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Who is Accountable and When?

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This week's benching of Damon Severson has brought the topic of accountability to the forefront of Devils talk. How are decisions about who is benched being made and do they make sense?

NHL: New Jersey Devils at Dallas Stars Jerome Miron-USA TODAY Sports

For the Devils and for hockey teams around the NHL in general, fans, analysts, coaches, and management all tend to have differing viewpoints on how to manage rosters and get the most out of them on a nightly basis. Decisions to start and sit players are often scrutinized closely and fans second-guessing which players are being started and which are being sat is as old as sports fandom itself. This week in New Jersey, this familiar and polarizing topic has reared its head and the conversation is surrounding a particularly polarizing player for the Devils. John Hynes’ decision to sit down Damon Severson this week has been met with strong criticism from a large portion of the fanbase (and, for what it’s worth, cheering from some others).

Upon seeing the reports that Severson was out of the lineup, my first reaction personally was that he must have some type of nagging injury or tweaked something and needed a maintenance day. When it emerged that John Hynes was benching him for his play and inserting Ben Lovejoy into the lineup in his place, my reaction was less than positive. The word “accountability” was brought to the forefront by this decision. Hynes was unhappy with some of the mistakes made by Severson in the previous game(s), so Severson was directed to the scratch suite to send a message.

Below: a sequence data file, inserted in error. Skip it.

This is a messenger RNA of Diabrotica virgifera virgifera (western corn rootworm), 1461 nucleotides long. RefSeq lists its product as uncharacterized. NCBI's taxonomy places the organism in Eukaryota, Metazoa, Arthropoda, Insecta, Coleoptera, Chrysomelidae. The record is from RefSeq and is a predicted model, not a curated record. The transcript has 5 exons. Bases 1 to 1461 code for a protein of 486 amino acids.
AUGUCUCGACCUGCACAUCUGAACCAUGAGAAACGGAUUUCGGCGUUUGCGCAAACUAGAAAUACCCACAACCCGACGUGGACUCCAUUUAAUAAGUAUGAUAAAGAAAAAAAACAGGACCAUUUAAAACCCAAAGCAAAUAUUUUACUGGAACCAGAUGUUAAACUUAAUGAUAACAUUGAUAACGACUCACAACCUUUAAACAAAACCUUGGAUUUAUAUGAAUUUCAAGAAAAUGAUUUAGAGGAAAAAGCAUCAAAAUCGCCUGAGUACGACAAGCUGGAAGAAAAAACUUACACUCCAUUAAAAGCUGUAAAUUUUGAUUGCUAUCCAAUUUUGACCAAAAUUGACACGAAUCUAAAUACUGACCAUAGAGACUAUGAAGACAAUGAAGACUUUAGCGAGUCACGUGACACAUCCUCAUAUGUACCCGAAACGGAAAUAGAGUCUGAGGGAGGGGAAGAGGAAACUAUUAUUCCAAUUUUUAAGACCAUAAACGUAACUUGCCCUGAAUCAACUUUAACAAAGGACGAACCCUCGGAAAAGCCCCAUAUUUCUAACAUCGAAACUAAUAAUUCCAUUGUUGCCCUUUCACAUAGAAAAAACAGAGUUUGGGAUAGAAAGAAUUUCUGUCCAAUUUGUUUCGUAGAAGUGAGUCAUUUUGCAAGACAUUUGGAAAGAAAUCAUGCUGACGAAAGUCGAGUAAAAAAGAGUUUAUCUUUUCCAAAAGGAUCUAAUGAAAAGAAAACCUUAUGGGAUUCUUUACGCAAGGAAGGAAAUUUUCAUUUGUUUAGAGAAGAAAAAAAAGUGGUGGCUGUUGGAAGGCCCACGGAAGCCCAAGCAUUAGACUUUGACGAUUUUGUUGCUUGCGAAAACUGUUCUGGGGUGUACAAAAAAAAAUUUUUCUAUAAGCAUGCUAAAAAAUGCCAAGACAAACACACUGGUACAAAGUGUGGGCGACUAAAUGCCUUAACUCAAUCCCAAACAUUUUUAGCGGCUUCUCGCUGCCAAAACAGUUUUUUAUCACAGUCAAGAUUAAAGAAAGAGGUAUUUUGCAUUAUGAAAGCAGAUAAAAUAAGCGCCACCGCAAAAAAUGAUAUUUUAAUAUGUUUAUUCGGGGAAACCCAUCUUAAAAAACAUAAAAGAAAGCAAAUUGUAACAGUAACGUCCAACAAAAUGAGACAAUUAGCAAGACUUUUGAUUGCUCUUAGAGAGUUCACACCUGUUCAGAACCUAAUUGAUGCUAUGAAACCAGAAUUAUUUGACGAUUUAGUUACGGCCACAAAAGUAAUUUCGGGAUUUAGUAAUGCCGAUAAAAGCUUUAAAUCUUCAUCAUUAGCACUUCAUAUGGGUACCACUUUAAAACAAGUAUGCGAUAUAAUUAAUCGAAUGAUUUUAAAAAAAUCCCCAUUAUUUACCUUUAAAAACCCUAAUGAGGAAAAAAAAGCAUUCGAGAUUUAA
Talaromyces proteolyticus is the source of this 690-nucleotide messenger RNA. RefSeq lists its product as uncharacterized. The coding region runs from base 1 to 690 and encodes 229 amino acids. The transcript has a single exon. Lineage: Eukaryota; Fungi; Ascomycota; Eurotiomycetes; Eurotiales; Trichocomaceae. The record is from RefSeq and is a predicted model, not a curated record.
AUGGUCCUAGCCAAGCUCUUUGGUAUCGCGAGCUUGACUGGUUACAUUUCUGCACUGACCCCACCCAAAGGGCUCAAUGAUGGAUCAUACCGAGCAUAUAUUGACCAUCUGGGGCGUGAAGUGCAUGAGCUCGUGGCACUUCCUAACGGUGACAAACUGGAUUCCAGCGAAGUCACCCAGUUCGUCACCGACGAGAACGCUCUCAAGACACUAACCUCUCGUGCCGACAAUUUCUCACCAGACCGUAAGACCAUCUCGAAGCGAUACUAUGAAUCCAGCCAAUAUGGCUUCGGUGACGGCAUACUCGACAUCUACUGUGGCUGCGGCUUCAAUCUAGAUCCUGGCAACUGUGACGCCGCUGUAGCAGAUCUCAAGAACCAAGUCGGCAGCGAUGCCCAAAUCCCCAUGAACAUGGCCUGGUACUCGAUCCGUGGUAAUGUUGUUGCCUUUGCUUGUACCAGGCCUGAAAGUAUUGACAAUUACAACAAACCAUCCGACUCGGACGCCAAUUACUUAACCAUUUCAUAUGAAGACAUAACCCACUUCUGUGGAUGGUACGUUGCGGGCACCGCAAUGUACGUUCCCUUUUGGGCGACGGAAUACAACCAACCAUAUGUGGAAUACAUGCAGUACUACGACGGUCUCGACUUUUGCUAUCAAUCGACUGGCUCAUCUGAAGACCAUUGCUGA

The impulse is understandable, and players shouldn’t be able to make poor plays with impunity, but Severson is a key piece on this team and a player who makes the Devils better. CJ’s post from Wednesday outlines the reasons why Severson is so valuable for the Devils and why benching him is not the most prudent decision for a coach to be making if he’s trying to ice the best lineup possible. That isn’t to say Severson is a player without flaws, or that sitting him for a game or two is going to tear the fabric of the universe asunder. But it has raised the issue of accountability related to lineup decisions and, more specifically, inconsistent application thereof.

Severson had been having a pretty decent month of December and the team was humming along with a fairly extended winning streak heading into New Year’s weekend. A couple of off nights during losses with some turnovers and a third-period penalty against the Caps later, and Severson was banished to the scratch suite. So after the Devils first regulation loss in about three weeks, the decision was made that the lineup had to be shaken up. It feels a little panicky, but it’s at least understandable for a coach to want to shake things up after a poor performance. Benching Severson, though, a guy who is arguably your best puck-mover and all-around defenseman, was a bit unexpected.

It just leads one to wonder who is to be held accountable at what times, because the standard doesn’t seem to be applied entirely consistently. Last night served up an interesting case study in accountability among players and particularly among defensemen. First, with the Devils up 1-0 in the second period, captain Andy Greene let loose an absolute howler of a turnover from behind his goal line. In all honestly, it was one of the better assists I’ve seen from below the goal line in a long while, though it was unfortunately to a guy wearing the wrong color jersey. This is the kind of turnover that would have a more maligned player set adrift on an ice floe. Greene didn’t miss a shift though, nor will he be benched to send a message of any kind. And to be clear: this is fine! Greene remains one of the team’s best defenseman and guys are going to make mistakes sometimes. This was a whopper of a mistake, but sometimes, even the best can lose focus briefly or see a play wrong. No use cutting off your nose to spite your face.